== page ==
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  1. Coluzzi F, Bifulco F, Cuomo A, et al. The challenge of perioperative pain management in opioid-tolerant patients. Ther Clin Risk Manag. 2017;13:1163-1173. doi:10.2147/TCRM.S141332

  1. Edwards DA, Hedrick TL, Jayaram J, et al. American Society for Enhanced Recovery and Perioperative Quality Initiative Joint Consensus Statement on Perioperative Management of Patients on Preoperative Opioid Therapy. Anesthesia & Analgesia. 2019;129(2):553-566. doi:

  1. Macintyre PE, Roberts LJ, Huxtable CA. Management of Opioid-Tolerant Patients with Acute Pain: Approaching the Challenges. Drugs. 2020;80(1):9-21. doi:10.1007/s40265-019-01236-4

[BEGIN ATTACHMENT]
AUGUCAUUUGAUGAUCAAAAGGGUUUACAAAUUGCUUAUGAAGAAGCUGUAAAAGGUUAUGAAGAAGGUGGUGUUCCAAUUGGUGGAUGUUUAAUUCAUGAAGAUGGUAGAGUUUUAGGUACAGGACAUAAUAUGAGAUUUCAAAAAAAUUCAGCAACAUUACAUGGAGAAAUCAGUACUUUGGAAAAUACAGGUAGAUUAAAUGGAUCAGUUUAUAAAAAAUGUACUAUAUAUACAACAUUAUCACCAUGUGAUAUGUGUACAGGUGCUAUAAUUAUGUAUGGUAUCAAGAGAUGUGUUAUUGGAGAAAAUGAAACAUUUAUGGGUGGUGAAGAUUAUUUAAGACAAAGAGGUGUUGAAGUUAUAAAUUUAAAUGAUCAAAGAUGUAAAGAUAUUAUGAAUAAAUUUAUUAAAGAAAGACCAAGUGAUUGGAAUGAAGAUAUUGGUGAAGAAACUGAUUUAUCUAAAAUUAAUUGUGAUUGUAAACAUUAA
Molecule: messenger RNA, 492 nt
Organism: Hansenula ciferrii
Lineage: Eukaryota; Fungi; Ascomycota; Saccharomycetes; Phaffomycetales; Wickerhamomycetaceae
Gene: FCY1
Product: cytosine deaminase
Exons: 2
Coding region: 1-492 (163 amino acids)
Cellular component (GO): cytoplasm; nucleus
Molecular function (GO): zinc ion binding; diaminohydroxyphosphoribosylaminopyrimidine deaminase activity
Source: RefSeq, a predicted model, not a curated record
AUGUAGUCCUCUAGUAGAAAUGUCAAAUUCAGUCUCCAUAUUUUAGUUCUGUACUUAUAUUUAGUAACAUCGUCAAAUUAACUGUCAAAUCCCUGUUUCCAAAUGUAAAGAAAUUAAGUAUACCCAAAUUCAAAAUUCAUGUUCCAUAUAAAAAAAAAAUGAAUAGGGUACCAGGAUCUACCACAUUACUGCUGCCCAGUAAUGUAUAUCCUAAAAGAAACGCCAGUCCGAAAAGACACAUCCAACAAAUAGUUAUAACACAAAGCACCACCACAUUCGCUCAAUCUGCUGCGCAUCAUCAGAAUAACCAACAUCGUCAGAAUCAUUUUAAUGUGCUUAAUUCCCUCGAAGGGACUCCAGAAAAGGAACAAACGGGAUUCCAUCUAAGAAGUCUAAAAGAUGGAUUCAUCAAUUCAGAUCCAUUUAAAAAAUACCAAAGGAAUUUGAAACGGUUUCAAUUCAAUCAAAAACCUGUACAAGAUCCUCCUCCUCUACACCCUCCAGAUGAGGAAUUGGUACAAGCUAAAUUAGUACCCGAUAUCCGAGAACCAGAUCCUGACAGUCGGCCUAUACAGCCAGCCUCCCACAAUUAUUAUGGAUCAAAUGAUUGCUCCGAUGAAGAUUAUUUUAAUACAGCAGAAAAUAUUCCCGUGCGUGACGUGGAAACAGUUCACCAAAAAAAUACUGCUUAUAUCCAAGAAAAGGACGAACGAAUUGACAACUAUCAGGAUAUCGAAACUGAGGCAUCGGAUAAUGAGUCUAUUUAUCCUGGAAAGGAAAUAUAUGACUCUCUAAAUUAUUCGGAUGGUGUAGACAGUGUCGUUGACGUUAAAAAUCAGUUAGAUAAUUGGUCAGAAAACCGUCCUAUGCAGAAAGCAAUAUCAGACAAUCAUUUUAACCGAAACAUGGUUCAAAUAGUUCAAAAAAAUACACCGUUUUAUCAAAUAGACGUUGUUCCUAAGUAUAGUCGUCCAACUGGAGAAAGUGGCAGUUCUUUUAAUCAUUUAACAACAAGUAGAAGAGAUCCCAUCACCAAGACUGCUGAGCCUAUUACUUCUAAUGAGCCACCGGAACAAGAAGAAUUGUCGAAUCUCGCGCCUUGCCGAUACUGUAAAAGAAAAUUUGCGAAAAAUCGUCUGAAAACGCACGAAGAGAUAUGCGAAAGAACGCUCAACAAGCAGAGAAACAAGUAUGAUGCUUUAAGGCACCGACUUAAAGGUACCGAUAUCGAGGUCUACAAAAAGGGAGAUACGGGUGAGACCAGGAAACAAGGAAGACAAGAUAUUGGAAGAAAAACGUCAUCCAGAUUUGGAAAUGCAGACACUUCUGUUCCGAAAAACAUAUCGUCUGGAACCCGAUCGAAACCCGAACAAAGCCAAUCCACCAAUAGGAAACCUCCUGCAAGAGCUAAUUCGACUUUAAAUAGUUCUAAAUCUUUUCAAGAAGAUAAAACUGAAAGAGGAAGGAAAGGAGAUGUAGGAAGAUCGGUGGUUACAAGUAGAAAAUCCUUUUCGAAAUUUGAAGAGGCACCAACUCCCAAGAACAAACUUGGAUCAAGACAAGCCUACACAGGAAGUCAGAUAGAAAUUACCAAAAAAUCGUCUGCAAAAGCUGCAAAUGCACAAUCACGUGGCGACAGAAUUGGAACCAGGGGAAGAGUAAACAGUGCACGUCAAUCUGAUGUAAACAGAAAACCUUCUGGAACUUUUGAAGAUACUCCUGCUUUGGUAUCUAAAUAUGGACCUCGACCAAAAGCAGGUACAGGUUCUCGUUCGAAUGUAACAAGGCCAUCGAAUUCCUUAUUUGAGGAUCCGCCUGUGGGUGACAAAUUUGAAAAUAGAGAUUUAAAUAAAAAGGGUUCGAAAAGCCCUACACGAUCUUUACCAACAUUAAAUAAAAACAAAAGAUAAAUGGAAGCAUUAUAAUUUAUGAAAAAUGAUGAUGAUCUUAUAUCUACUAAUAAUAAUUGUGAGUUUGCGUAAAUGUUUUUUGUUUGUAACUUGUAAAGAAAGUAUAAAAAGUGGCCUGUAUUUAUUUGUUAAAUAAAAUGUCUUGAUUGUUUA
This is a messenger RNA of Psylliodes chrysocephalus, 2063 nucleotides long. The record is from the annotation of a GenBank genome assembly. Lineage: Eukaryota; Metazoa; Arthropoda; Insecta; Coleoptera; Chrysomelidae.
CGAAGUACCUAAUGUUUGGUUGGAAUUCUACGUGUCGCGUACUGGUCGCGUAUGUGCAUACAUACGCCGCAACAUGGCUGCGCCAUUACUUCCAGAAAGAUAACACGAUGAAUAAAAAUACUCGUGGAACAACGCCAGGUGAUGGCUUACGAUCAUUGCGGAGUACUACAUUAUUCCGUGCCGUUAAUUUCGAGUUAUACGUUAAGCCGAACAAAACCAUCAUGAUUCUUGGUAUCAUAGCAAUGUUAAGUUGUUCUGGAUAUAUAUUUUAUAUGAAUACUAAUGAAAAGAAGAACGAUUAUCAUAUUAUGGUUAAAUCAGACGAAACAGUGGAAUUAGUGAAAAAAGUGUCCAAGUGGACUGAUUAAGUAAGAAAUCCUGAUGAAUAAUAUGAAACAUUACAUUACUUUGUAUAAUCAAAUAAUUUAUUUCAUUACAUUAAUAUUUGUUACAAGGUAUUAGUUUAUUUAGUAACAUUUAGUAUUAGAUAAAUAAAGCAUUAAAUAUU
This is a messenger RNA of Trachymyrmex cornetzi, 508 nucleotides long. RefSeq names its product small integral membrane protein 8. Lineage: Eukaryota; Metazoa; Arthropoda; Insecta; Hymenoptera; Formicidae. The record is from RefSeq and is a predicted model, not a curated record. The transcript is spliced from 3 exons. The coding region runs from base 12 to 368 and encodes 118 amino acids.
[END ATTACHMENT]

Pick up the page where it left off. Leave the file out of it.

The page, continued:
1. Ward EN, Quaye ANA, Wilens TE. Opioid Use Disorders: Perioperative Management of a Special Population. Anesth Analg. 2018;127(2):539-547. doi:10.1213/ANE.0000000000003477

  1. Hyland SJ, Brockhaus KK, Vincent WR, et al. Perioperative Pain Management and Opioid Stewardship: A Practical Guide. Healthcare. 2021;9(3):333. doi:10.3390/healthcare9030333